So the blame truly falls on Scott, who hasn’t been shy about admitting his fault in the issue. And, to a greater degree, the blame truly falls on the entire organization for not stepping in at some point earlier on when Bryant was playing all those minutes.
If the Lakers wanted a good lesson in how to handle superstars late in their careers, they only needed to glance down the sideline Friday.
Spurs coach Gregg Popovich said he started resting Tim Duncan after winning the championship in 1999 “because the following year Timmy had a bad knee going into the playoffs. We had to make a decision.”
Duncan was 23 years old at the time and had just played his second NBA season.
“The docs cleared him, he could probably play, but I didn’t let him,” Popovich said. “I held him out. I did that with the thought of wanting him to have as long of a career as he wanted to. I didn’t want to take a chance to send him out there and do more damage to it. We had playoffs. So it started way back then.”
Fast-forward to Friday, and Duncan, now 38, had 14 points, 7 rebounds, 3 assists and 2 blocks in 20 tidy minutes as the Spurs rolled to a double-digit win.
Scott has talked about the Spurs being the “blueprint” for how to properly rest players, and Popovich talked about that blueprint, the one the Lakers didn’t follow.
“You have a long view in the sense that you think about it, you look at the schedule at the beginning of the year, that kind of thing,” Popovich said. “Because it depends on how much people played in the last three days or last night and what’s coming up in the schedule or who else is hurt or injured.
“It’s never about wins or losses, it’s not about that,” Popovich said. “You don’t overplay somebody to get the win. Sometimes you’re in circumstances where it happens, like the two triple-overtimes we had. That really skewed things for us. I hated watching those guys play all those minutes, but I guess it would have been sweeter if we won. In general, it’s a process and you talk about it daily and weekly.”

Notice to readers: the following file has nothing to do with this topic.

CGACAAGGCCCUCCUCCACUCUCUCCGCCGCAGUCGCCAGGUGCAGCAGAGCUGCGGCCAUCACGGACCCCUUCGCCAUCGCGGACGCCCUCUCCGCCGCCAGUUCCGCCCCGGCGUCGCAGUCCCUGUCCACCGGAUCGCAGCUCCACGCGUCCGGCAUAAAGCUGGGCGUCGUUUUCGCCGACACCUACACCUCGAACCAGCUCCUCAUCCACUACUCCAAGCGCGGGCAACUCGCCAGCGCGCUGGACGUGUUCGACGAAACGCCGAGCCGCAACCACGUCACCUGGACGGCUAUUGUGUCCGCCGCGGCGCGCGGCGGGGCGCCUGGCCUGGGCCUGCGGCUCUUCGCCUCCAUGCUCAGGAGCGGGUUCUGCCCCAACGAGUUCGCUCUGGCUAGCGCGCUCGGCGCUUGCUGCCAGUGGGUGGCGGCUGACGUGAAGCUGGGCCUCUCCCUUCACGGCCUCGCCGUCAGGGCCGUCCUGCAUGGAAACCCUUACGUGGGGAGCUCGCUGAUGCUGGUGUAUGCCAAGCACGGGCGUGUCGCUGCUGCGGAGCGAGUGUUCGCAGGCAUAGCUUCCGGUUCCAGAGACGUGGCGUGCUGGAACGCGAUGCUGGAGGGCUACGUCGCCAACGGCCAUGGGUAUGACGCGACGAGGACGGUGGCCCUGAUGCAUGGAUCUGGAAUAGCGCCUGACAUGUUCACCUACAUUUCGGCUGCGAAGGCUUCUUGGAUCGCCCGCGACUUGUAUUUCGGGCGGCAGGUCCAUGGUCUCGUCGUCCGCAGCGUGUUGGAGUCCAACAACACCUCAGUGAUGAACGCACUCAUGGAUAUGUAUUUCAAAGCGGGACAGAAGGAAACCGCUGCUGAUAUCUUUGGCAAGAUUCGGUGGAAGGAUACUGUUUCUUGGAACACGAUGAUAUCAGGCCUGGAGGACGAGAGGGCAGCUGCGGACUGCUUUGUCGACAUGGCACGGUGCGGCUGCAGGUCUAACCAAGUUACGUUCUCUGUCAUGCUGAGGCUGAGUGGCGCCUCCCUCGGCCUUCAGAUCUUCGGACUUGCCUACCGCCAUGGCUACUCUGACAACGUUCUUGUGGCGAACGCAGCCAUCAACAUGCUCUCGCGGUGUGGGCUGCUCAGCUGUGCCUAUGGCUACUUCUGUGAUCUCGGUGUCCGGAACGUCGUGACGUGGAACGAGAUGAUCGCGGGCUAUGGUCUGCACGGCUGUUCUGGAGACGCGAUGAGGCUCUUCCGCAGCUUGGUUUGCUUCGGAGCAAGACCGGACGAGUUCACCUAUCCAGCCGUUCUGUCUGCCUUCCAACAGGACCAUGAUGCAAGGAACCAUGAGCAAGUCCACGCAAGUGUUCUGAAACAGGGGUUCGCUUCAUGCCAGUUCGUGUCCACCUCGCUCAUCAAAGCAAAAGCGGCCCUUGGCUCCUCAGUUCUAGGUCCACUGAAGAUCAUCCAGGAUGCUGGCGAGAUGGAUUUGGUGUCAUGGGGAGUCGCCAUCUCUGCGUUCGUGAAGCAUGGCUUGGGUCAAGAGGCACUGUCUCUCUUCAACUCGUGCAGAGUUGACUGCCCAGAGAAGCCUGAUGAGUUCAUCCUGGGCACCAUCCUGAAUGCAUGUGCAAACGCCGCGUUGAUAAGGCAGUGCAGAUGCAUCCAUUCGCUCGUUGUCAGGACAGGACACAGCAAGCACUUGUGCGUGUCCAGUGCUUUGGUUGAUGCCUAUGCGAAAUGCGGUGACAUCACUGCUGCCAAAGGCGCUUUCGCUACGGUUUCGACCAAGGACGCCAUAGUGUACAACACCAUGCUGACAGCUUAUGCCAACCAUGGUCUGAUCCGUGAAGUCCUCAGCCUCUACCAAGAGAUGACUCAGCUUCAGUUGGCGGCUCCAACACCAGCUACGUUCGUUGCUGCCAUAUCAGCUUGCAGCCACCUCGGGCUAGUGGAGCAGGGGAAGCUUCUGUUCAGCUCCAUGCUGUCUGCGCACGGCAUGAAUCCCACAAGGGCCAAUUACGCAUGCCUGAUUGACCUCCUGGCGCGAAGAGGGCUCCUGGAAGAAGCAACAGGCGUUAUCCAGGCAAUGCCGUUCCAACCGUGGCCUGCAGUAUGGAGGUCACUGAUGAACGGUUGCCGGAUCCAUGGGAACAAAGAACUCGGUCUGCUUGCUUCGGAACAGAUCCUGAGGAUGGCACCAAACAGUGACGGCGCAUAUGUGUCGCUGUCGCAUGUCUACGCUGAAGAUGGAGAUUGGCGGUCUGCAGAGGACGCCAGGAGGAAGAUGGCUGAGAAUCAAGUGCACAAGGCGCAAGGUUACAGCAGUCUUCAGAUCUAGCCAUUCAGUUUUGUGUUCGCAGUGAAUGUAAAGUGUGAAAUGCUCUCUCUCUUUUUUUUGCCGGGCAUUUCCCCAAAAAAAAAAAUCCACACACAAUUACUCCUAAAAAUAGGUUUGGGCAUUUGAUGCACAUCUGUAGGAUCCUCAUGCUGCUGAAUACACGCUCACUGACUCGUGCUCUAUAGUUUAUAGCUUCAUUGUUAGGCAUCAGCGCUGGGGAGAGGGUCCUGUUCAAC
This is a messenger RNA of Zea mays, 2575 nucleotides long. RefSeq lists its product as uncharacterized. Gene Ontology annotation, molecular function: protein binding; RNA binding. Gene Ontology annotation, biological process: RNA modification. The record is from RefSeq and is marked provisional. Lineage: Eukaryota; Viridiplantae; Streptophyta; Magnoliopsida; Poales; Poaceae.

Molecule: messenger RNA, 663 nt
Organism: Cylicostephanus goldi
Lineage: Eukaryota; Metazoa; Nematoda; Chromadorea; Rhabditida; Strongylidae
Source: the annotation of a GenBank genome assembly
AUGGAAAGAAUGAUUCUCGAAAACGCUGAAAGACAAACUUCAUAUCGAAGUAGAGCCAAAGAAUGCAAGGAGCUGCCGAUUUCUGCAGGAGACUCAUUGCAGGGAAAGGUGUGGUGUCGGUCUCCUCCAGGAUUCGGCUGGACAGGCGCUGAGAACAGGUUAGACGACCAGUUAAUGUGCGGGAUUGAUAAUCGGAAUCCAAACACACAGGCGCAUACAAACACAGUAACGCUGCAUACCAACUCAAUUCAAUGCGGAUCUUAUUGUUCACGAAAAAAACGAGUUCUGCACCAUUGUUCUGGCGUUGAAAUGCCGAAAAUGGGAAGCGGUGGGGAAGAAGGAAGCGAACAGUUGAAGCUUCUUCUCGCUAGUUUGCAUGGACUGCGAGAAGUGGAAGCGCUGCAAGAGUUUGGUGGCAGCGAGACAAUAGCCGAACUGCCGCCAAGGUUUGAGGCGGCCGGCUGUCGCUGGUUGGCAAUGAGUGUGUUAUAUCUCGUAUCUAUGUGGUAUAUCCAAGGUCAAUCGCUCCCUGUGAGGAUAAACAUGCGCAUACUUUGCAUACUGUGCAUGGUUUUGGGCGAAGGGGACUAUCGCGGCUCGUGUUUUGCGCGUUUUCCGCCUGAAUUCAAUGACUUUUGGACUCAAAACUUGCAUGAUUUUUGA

The phrases “It’s never about wins and losses” and “You don’t overplay somebody to get the win” appear to be exactly what the Lakers didn’t do with Bryant early on this season, even though this season was never headed anywhere to begin with.
Either way, Bryant is now hurt, likely gone for the season, facing yet another rehab, and it’s not clear how this will affect what should be his final season in the NBA.
“Nobody wants to see that happen,” said Spurs guard Manu Ginobili. “It sucks. The league needs him. He’s one of the best players that ever played.”
"When somebody like that of that stature goes down, it’s not good for everybody, obviously for his team but for the league and you miss guys like Derrick Rose for instance, the last couple of years, or Kobe or anybody else like that," Popovich said.
"It’s a loss for the league, for fans, for all of us. I can think of a lot of shots Kobe’s made that’s basically knocked us out, and in an odd, weird sort of way I still enjoy it. When you see a talent like that, when they don’t play anymore then you say ‘Wow, I got to see so and so play.’ He’s one of those kind of guys.”
Spurs guard Tony Parker agreed.
“When I first came here, Spurs-Lakers, that’s all we talked about,” Parker said. “It was a huge rivalry, with him and Shaq. Those were great years.
“They always say good stuff has to have an end, but hopefully we can see him one more time next year and he’ll be healthy and finish on a high.”
Hopefully, that will be the case. Hopefully, Bryant can recover and go out on his own terms, whatever those may be. But considering he’s now facing his third consecutive season-ending injury, a storybook ending may simply not be possible, even for someone with such an iron will as Kobe Bryant.
He’ll have his five rings, but a graceful exit could elude him, and it’s hard not to look back at this season and wonder why more wasn’t done to help him achieve that.